When a band is made up of performers who have been in other bands or had solo releases, it’s tempting to say that the new entity is ‘more than the sum of its parts’, as if that new entity has conjured some kind of magic that wasn’t there in previous efforts. In the case of The New Graces and its members – Melanie Horsnell, Kate Burke and Robyn Martin – the sum is just as extraordinary as its parts would suggest.
Horsnell has released over ten albums, written songs with artists such as Catherine Britt and Wendy Matthews, and written music for film and television. Burke is a multi-instrumentalist and singer who has been in a folk duo and and Irish/Australian traditional band, and also works as a scientist and science communicator. Martin started playing bass at age 13 in the family band, and since then has played in many festivals, and with other artists. Individually their pedigrees are excellent, and combined they have almost immediately become a powerful force in Australian country and folk music, with the release of The New Graces’ first album, Seasons.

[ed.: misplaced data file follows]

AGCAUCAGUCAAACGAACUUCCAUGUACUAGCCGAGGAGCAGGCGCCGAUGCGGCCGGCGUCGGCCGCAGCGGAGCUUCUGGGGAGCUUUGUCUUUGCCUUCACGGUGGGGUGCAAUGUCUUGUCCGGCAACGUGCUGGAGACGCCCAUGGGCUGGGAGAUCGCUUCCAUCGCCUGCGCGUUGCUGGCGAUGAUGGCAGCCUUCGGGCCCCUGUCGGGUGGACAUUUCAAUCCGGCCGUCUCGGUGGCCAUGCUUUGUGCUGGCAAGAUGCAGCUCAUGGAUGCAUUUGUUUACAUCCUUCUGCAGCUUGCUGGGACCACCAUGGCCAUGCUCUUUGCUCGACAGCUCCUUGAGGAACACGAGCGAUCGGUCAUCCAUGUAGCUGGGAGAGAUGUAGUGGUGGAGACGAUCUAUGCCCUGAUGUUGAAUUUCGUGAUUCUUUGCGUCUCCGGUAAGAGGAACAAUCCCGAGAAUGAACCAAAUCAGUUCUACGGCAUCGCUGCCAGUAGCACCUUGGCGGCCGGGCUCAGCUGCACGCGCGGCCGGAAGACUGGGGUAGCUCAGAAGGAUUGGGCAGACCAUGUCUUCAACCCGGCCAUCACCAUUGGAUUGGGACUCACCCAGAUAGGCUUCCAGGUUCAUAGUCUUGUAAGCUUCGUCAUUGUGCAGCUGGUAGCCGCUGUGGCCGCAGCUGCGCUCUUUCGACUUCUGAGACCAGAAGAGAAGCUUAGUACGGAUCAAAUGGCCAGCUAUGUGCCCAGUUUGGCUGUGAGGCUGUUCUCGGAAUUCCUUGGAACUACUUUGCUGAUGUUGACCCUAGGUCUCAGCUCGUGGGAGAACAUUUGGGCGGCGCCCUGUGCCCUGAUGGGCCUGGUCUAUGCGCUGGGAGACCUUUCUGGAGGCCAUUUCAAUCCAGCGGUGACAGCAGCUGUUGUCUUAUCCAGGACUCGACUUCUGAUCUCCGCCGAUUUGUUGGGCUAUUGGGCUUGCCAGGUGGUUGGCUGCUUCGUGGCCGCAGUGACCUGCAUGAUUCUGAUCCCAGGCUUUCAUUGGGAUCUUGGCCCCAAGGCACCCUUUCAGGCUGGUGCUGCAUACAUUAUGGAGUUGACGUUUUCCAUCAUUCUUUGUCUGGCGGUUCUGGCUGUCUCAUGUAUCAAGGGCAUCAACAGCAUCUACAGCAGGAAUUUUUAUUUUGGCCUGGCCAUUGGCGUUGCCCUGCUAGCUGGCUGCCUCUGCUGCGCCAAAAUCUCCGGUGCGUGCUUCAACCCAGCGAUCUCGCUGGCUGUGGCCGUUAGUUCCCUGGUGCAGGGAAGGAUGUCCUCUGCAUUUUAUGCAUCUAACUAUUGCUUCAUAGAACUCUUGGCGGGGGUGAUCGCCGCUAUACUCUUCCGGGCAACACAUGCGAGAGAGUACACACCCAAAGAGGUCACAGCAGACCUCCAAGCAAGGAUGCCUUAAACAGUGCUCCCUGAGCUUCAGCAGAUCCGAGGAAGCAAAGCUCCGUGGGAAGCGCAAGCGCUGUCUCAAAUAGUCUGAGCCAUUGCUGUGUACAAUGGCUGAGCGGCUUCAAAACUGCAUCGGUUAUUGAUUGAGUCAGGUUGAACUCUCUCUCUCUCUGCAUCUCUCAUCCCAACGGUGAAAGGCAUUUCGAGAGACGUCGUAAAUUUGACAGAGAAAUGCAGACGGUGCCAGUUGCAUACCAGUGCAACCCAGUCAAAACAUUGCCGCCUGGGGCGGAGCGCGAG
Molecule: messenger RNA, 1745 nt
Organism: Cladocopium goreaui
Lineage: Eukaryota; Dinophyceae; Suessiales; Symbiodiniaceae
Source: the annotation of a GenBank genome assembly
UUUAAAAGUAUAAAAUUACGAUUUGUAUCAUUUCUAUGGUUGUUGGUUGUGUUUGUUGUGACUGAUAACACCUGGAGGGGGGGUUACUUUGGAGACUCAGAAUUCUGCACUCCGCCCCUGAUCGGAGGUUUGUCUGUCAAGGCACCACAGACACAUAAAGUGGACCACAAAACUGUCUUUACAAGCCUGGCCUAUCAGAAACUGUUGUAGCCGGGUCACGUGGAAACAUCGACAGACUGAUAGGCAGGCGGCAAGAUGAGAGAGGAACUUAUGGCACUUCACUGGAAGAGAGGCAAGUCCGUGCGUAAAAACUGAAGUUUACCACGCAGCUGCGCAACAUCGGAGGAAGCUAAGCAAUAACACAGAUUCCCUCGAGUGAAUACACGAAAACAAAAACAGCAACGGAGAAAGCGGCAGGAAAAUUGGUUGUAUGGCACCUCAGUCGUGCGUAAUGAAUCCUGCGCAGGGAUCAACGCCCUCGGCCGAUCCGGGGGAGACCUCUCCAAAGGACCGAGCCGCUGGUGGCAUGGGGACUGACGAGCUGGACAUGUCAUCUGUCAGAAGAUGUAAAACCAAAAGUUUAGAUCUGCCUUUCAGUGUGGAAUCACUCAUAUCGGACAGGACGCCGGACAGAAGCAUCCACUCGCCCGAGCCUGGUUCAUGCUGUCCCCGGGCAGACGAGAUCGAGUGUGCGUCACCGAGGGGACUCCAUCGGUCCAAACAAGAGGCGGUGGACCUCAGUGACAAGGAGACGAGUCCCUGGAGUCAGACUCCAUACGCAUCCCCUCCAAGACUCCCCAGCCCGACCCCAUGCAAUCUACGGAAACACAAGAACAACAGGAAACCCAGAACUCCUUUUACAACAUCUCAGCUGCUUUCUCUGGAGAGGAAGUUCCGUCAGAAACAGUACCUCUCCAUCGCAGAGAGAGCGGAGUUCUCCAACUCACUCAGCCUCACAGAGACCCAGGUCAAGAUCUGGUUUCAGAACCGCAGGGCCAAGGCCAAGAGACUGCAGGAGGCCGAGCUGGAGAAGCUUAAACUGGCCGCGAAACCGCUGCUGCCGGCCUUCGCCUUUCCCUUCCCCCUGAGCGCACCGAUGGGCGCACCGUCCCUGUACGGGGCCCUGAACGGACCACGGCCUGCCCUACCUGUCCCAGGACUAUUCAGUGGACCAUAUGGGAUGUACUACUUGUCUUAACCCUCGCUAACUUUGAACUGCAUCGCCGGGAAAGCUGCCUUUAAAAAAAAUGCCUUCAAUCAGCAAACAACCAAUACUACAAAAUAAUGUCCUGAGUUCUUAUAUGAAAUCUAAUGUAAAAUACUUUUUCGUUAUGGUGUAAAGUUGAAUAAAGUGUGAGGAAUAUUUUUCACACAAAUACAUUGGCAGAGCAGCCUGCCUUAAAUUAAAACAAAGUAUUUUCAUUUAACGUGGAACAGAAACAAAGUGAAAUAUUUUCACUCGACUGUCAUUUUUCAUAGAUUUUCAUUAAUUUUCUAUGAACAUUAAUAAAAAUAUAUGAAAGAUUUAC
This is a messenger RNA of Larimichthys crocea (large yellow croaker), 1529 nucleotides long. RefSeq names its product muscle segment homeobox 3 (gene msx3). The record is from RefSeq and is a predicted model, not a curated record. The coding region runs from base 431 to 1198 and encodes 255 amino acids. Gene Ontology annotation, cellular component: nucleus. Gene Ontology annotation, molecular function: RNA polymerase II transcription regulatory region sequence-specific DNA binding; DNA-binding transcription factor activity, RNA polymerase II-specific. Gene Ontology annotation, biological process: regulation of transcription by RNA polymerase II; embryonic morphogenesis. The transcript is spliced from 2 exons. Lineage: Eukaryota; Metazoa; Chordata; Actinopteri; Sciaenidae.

Lead vocal duties are shared across the twelve songs, with the other two singers contributing harmonies that enrich each song, bringing complexity and, often, robustness. These are songs with earth under their fingernails, lyrically and musically; songs of lives well and deeply lived, of land loved, of heartbreaks and wonders. These are the sorts of songs you’d hope to eventuate when three artists like this come together to create something new, but of course there’s no formula for joy – and listening to this album is truly a joyous experience, every single time.
While some works of art offer escape from the world, this album holds up real life and says: You can’t escape it, but there’s beauty here and we’ll show you. A lot of that beauty is in the execution of the songs: the way each singer understands what to offer to the song, either as the lead or in harmony; the ease with which they work together, the sort of ease that only comes from years of work; the fact that the songs are reassuring yet can also tilt you off your axis. Although the harmonies are glorious, this is actually not an album to make you comfortable. It wants to bring the listener close, and ask them to get inside the stories that are offered, to feel everything the singers feel. That makes for a whole-body and whole-heart experience, and one that can’t help leaving you wanting more, hoping there’s another album not far away – or even, one dares to hope, the chance to see The New Graces perform in person.